Stijn Debrouwere helps explain “the mess the news industry is in,” going over tangible examples of how the way people — primarily young people, but not just them — have changed the way they look for information and where they look. It’s a post solidly in the mainstream of examinations of industry disruption, which continue to be useful for helping traditional journalists look past their immediate source of distress: layoffs/buyouts and budget cuts (the latest example, from AdAge about a situation at the Washington Post). Those problems are just symptoms resulting from what Stijn calls the “death by nibbles.” He also does address the issue of what journalists should be doing, including stressing storytelling and personality; “joining the revolution” by considering alternate ways of distributing information, ways that you would not call journalism; become less boring (seriously, that is a huge issue); and “Do stuff that does still matter.”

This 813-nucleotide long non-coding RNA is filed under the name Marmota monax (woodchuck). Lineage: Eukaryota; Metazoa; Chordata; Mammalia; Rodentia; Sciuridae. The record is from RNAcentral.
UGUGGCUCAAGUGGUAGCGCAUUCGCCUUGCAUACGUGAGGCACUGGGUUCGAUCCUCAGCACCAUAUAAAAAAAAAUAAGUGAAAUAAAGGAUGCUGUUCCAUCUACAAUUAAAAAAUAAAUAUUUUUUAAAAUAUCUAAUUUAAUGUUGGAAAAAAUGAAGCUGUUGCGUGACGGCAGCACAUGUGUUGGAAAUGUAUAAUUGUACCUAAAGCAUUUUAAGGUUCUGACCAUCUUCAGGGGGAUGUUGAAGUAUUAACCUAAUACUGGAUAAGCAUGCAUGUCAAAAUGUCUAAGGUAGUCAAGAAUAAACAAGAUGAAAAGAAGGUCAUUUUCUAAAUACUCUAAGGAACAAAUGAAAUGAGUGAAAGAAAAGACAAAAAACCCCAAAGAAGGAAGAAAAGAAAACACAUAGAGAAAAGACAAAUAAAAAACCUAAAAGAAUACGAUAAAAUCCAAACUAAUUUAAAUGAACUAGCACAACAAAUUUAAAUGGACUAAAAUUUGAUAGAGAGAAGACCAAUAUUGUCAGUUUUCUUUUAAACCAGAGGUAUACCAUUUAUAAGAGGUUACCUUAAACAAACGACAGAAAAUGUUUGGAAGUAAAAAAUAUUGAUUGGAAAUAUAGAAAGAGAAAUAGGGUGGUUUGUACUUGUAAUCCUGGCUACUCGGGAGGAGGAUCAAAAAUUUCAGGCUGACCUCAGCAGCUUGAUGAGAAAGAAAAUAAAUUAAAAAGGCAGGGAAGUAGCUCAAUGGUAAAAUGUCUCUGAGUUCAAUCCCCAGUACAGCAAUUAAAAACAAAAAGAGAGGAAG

5/8/12 UPDATE: It’s interesting to compare the above with what the CEO of the Deseret News Publishing Co. — which is seeing circulation gains — says are big ideas changing the media industry. One of the two he cited for content can, I think, wind up getting dismissed:
“Differentiate your content: Invest where you can be ‘the best in the world.’”
Don’t let “best in the world” send you off a cliff, particularly if you run a small newsroom. No one is saying a 20,000-circulation paper or small website needs to compete with the New York Times — or even the Deseret News. But what exactly is it your audience expects you to be best at? Probably not the food page. Town council coverage? Local youth sports? Much more likely. Put your efforts where they can make a difference.